Police pursuits are a necessary evil in the world of law enforcement. The problem is that far too many people (officers, innocent bystanders and suspects) are losing their lives as a result of these pursuits. Not only is there a cost in lives, but there is a huge financial burden associated with police pursuits as well. The settlements from lawsuits associated with police pursuits have reached into the millions of dollars, and law enforcement agencies simply cannot afford them. The attitude of the general public has changed. Where they used to expect law enforcement to chase criminals until they are caught, now they expect law enforcement to weigh the need against the dangers involved and be held accountable for their decision.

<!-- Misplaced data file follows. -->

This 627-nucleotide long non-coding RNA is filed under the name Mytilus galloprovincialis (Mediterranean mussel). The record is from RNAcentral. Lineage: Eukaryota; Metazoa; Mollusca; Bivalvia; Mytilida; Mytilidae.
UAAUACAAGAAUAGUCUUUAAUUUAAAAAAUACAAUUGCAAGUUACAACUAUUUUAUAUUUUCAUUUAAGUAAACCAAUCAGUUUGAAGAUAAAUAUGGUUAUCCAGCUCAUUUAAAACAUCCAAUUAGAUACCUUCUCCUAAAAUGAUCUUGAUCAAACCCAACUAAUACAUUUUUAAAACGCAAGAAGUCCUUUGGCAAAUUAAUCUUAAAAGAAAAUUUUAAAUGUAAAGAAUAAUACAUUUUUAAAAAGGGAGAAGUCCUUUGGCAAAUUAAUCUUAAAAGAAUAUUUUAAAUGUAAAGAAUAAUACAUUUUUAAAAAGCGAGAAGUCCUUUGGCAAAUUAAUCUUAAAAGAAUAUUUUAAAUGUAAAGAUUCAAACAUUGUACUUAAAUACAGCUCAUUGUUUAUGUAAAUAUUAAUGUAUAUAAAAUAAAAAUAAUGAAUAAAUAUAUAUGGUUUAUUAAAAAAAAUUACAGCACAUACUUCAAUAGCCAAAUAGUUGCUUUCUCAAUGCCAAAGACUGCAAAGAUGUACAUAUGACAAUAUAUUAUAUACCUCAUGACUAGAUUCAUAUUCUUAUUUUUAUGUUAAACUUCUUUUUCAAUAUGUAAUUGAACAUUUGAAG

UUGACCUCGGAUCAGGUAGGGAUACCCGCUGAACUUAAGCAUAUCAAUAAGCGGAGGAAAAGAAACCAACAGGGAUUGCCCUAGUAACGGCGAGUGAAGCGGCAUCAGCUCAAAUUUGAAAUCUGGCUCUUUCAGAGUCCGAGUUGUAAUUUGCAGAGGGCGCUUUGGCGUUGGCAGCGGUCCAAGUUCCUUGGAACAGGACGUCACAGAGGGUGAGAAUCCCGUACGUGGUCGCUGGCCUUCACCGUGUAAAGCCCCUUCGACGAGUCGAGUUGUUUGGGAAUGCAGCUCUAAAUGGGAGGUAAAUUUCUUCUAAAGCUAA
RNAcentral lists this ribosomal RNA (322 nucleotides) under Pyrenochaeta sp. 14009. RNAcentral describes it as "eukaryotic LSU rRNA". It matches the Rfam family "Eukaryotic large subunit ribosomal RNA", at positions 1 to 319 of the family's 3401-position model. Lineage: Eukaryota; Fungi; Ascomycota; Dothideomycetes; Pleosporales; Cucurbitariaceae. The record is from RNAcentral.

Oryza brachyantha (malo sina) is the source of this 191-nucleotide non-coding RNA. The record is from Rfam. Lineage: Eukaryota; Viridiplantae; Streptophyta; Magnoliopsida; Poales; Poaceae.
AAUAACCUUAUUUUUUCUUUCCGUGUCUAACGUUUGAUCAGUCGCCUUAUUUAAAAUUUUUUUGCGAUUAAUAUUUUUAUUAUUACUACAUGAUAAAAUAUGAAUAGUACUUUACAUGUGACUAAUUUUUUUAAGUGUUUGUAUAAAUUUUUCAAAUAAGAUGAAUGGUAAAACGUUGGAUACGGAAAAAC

This research paper will bring to light the need for restrictive pursuit policies. It will address the need to weigh the severity of the crime versus the danger the pursuit imposes on the public and the pursuing officer. Some of the ideas discussed will include alternative ways to track the suspect vehicle, ways of disabling the suspect vehicle, and things that need to be taken into consideration for initiating, continuing, or terminating a pursuit. The research will show that police pursuits are costly: both in lives and money. In Clark v. South Carolina Department of Public Safety, the courts held that it is the pursuing officer and the department’s responsibility to know when to terminate a pursuit (Batterton, 2008). If guidelines for when it is acceptable to initiate or continue a pursuit are spelled out in a policy that the officer is familiar with, then there should be a reduction in the loss of life and ordered judgements from the court.